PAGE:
In 1935 he was named President of the Linguistic Society of America (LSA). As the successor to Edward Sapir , Leonard Bloomfield became Sterling Professor of Linguistics at Yale University in New Haven, Connecticut in 1940 . Since 1942 he was an elected member of the American Philosophical Society .

to teach

Bloomfield's major work Language (1933) is a systematic overall presentation of linguistics in which he summarized and codified the terminology and methodology of American structuralism . He combined "the tradition of comparative linguistics with structuralism [...] and ethnolinguistically based descriptivism" ( Franz Boas ). The self-imposed methodological rigor, which was intensified by his connection to the behaviorism of Albert Paul Weiss , caused Bloomfield to be very reluctant to deal with linguistic meaning, which although not excluded from the field of linguistically relevant topics, was nevertheless pushed to the periphery has been. The assertion, often found in older European linguistic histories, that American structuralism was "hostile to opinion" is a prejudice.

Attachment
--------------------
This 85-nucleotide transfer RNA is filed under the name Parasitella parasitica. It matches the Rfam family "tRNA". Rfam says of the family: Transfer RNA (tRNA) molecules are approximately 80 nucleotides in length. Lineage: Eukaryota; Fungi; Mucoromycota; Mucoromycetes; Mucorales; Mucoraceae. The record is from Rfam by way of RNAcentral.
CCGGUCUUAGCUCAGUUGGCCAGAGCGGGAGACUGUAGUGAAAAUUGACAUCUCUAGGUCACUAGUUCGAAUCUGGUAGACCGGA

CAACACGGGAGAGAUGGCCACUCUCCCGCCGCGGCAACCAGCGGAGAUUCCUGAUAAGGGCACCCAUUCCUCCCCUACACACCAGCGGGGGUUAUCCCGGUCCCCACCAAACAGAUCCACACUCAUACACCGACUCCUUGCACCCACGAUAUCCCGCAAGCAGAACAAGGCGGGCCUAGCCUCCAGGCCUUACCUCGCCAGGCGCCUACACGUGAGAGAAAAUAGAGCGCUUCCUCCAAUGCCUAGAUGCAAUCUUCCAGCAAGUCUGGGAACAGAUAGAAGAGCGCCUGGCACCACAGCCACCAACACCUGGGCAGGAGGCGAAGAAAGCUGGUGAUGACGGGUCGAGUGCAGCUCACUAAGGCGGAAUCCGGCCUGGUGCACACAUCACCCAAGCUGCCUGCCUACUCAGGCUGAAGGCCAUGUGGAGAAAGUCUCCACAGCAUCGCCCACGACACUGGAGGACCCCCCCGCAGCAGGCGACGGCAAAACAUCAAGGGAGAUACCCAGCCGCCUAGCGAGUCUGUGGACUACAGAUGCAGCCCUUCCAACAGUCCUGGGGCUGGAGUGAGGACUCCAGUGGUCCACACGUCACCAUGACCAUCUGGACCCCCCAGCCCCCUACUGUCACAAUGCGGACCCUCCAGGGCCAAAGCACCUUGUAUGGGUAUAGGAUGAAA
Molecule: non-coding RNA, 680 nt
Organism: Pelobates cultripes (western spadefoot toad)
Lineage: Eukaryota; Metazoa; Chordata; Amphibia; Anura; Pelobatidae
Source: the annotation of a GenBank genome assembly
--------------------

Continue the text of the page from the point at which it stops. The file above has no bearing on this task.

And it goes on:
Bloomfield's essay Menomini Morphophonemics from 1939, in which Bloomfield developed an early form of a generative grammar , was of great influence on later linguistics .


  • 1911: The Indo-European Palatals in Sanskrit . In: The American Journal of Philology 32/1, pp. 36-57.
  • 1914: Introduction to the Study of Language . New York: Henery Holt and Co. ISBN 90-272-1892-7 .
  • 1914: Sentence and Word . In: Transactions and Proceedings of the American Philological Association 45, pp. 65-75.
  • 1916: Subject and Predicate . In: Transactions and Proceedings of the American Philological Association 47, pp. 13-22.
  • 1917: (with Alfredo Viola Santiago) Tagalog Texts with Grammatical Analysis . University of Illinois studies in language and literature, 3.2-4. Urbana, Illinois.
  • 1924: Notes on the Fox Language . In: International Journal of American Linguistics 3, pp. 219-232.
  • 1926: A Set of Postulates for the Science of Language . in: Language 2, pp. 153-164 (again in: Martin Joos (ed.), Readings in Linguistics I , Chicago and London: The University of Chicago Press 1957, pp. 26-31).
  • 1927: Literate and Illiterate Speech . In: American Speech 2, pp. 432-441.
  • 1927: On Some Rules of Pāṇini . In: Journal of the American Oriental Society 47, pp. 61-70.
  • 1928: Menomini Texts . American Ethnological Society Publications 12. New York. ISBN 0-404-58162-5 .
  • 1930: Sacred Stories of the Sweet Grass Cree . National Museum of Canada Bulletin, 60 (Anthropological Series 11). Ottawa. ISBN 0-404-11821-6 .